The 22nd annual Hawaii Conservation Conference continued today with keynote speaker Dr. Jonathan Kay Kamakawiwo’ole Osorio stressing the need for unity among all Hawaii residents to effectively deal with the hazards of climate change.

“We cannot do this on our own,” said Osorio, a Hawaiian Studies professor at the University of Hawaii at Manoa.

The environmental problems facing Hawaii — sea level rise, fresh water depletion, invasive species — are bigger than class, culture and racial divisions, Osorio said.

“The solution to the ugly and brutal economic inequalities in this world is not simply a class warfare that replaces one elite, one profiteer for another,” Osorio said.

John Osorio

John Osorio gives the keynote address at the 22nd annual Hawaii Conservation Conference at the Hawaii Convention Center.

Franz Schmutzer

He also emphasized the importance of integrating Native Hawaiian knowledge into environmental conservation planning.

“In song, poem, story and published scholarship, we are now, and have been telling the story of how a million people could live in these islands, sustained by its produce and the genius of good management,” Osorio said, “We must raise the consciousness of those around us as we have raised our own, to understand the full sacredness of our world and our relationship to it.”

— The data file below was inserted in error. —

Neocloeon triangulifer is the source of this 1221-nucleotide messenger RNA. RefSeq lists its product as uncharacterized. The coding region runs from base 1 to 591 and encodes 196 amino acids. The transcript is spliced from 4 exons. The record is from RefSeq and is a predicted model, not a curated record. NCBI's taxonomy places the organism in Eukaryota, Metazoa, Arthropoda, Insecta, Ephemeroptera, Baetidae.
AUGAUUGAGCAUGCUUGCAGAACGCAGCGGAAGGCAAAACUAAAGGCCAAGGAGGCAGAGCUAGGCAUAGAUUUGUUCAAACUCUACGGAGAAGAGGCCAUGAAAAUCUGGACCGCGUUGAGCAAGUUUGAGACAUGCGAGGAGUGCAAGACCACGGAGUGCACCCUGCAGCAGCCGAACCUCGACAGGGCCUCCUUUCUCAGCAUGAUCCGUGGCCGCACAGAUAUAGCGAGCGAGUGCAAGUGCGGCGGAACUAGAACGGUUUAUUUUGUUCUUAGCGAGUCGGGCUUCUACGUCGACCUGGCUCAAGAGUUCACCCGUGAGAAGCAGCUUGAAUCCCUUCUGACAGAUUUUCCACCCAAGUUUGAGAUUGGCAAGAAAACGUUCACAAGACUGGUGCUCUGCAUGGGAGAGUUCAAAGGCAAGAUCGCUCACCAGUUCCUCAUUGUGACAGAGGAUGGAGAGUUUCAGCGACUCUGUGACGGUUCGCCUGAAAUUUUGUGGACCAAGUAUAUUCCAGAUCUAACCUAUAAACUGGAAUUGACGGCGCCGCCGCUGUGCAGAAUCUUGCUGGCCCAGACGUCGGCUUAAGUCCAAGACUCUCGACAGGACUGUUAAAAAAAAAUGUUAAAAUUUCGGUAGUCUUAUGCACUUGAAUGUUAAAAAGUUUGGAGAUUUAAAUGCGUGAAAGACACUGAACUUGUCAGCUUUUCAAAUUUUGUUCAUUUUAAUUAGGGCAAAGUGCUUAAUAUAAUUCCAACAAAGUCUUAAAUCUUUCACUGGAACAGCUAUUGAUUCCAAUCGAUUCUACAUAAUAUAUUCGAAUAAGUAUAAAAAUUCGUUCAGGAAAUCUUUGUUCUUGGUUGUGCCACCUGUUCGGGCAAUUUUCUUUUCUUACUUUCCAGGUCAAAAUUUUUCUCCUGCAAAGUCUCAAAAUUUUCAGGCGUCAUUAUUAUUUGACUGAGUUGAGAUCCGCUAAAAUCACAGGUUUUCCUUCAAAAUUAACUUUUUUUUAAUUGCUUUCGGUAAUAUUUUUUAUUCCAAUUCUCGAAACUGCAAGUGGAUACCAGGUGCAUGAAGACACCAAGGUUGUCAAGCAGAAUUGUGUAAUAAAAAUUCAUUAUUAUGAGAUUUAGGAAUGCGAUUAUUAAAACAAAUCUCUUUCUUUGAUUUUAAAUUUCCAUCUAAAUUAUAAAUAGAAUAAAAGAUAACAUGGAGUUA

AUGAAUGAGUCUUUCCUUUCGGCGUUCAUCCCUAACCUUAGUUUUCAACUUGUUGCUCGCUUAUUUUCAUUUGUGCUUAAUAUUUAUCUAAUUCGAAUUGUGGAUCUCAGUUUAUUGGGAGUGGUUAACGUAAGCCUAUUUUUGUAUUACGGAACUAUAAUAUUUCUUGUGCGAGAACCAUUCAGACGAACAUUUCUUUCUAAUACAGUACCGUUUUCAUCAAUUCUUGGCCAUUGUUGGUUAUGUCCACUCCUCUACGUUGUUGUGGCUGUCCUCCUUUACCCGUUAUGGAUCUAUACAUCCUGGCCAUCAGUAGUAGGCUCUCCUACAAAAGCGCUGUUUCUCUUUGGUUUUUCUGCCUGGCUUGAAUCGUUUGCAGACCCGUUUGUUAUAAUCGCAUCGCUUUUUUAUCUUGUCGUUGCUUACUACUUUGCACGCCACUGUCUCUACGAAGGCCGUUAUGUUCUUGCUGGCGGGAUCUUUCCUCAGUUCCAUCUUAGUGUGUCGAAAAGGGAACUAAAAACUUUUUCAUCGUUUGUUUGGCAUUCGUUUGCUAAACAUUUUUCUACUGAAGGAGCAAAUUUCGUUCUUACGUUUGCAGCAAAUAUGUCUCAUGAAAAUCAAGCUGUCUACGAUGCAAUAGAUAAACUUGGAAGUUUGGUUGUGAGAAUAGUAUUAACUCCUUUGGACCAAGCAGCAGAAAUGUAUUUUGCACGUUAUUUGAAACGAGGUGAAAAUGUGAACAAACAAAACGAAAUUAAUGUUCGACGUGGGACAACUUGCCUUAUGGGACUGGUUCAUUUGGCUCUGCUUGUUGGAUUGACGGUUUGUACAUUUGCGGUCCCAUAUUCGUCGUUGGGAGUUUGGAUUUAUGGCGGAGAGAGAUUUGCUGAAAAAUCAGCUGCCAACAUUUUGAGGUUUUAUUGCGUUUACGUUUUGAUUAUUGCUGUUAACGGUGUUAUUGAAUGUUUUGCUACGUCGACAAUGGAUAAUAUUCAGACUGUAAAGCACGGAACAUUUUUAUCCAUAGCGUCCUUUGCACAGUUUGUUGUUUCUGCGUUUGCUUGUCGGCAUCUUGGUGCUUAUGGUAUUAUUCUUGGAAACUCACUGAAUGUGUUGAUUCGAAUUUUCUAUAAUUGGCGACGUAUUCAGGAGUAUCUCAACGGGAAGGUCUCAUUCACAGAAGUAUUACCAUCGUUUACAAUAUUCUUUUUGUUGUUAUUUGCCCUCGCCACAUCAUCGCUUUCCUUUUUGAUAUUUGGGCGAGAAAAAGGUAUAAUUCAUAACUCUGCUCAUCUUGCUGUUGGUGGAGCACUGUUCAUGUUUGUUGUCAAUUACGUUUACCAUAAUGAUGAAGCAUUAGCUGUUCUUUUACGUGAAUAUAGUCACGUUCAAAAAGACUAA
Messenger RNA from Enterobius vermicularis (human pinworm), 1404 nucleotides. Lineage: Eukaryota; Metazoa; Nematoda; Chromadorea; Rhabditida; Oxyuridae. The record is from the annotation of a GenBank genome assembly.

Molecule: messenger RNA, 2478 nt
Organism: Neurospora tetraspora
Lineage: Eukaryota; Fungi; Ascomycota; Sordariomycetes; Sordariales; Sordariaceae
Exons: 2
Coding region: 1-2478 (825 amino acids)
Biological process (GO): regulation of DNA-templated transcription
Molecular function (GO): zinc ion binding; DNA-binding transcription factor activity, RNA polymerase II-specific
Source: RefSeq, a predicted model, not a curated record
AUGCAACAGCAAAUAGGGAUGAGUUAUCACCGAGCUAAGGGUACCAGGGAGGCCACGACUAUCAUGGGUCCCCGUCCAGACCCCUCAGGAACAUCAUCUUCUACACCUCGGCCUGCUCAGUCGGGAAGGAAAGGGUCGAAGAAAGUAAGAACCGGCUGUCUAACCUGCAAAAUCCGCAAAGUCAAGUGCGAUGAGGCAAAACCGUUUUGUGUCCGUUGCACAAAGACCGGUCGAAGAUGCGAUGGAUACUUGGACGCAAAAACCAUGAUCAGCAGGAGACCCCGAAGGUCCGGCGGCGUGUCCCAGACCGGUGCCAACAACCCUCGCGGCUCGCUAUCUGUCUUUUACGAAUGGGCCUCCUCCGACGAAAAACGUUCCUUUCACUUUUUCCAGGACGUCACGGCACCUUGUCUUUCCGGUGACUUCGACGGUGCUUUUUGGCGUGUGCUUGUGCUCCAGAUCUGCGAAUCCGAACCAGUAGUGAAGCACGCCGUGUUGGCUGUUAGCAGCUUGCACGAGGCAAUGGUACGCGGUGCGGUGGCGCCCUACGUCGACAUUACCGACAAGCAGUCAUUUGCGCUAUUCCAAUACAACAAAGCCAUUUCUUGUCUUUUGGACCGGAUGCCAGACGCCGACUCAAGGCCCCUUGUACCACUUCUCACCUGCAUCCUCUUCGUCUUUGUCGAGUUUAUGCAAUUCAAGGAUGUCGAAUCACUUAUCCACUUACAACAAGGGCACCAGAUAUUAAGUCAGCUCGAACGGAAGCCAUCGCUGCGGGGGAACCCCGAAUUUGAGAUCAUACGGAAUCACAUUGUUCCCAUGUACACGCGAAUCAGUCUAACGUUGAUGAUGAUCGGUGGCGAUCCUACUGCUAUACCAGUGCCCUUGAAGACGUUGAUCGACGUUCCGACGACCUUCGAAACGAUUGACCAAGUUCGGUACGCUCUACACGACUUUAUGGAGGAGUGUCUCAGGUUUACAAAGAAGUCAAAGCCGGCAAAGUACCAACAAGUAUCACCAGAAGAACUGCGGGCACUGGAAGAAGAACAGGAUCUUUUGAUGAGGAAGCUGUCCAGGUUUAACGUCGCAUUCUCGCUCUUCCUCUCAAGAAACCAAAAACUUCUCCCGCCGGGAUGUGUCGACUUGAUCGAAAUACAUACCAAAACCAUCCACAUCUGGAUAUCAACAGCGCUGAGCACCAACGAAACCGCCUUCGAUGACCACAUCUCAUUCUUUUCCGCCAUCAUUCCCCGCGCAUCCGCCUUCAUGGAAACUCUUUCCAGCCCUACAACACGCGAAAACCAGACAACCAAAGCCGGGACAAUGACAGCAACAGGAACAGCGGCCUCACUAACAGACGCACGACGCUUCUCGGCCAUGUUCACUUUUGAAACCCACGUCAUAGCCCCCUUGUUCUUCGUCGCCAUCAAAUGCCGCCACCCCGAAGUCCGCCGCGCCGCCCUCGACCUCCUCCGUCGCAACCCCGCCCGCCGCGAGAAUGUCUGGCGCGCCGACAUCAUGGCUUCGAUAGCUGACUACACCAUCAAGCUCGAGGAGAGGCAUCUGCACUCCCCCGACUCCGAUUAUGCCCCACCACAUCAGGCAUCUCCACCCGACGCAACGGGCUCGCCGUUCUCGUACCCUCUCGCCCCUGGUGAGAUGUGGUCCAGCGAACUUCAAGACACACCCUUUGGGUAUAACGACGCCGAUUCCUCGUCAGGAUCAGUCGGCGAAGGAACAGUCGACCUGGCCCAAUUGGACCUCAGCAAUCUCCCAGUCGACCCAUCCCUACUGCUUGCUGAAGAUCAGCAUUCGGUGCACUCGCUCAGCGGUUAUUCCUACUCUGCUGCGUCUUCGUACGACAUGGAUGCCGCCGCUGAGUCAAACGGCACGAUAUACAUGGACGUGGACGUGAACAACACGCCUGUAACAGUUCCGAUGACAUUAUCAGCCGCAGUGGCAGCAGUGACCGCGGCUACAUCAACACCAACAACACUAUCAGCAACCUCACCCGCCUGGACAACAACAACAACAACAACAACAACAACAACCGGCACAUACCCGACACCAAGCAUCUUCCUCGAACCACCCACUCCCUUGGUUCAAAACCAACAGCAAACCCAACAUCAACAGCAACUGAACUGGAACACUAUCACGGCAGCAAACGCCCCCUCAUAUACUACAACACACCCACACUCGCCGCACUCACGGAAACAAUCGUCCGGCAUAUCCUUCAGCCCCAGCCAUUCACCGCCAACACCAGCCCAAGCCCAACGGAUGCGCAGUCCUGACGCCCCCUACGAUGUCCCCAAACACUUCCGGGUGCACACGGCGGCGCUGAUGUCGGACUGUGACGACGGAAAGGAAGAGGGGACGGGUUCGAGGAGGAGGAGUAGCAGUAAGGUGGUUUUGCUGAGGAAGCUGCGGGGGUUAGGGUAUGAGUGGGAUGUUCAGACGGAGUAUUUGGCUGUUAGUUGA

Osorio said that both a spiritual and scientific understanding was needed to approach the global issue of climate change.

As an example, Osorio noted Mauna Kea saying that ancestral Native Hawaiians regarded the mountain as sacred because they knew it could affect the climate.

“It is sacred because rare and vulnerable species inhabit its summit, it is sacred because its mass creates its own wind and rain patterns affecting the climate and the water resources of the land below and our ancestors treated that summit with great respect,” Osorio said.

The composer and singer then played an original piece he wrote about Mauna Kea.

The conference, held at the Hawaii Convention Center, brings together researchers, scholars and conservationists from throughout the state to share strategies, findings and solutions to some of the environmental issues facing Hawaii.

Thursday marks the final day of the conference, which will begin at 8:35 a.m. with a plenary panel that is said to include Gov. Neil Abercrombie and Hawaii Rep. Chris Lee.


About the Author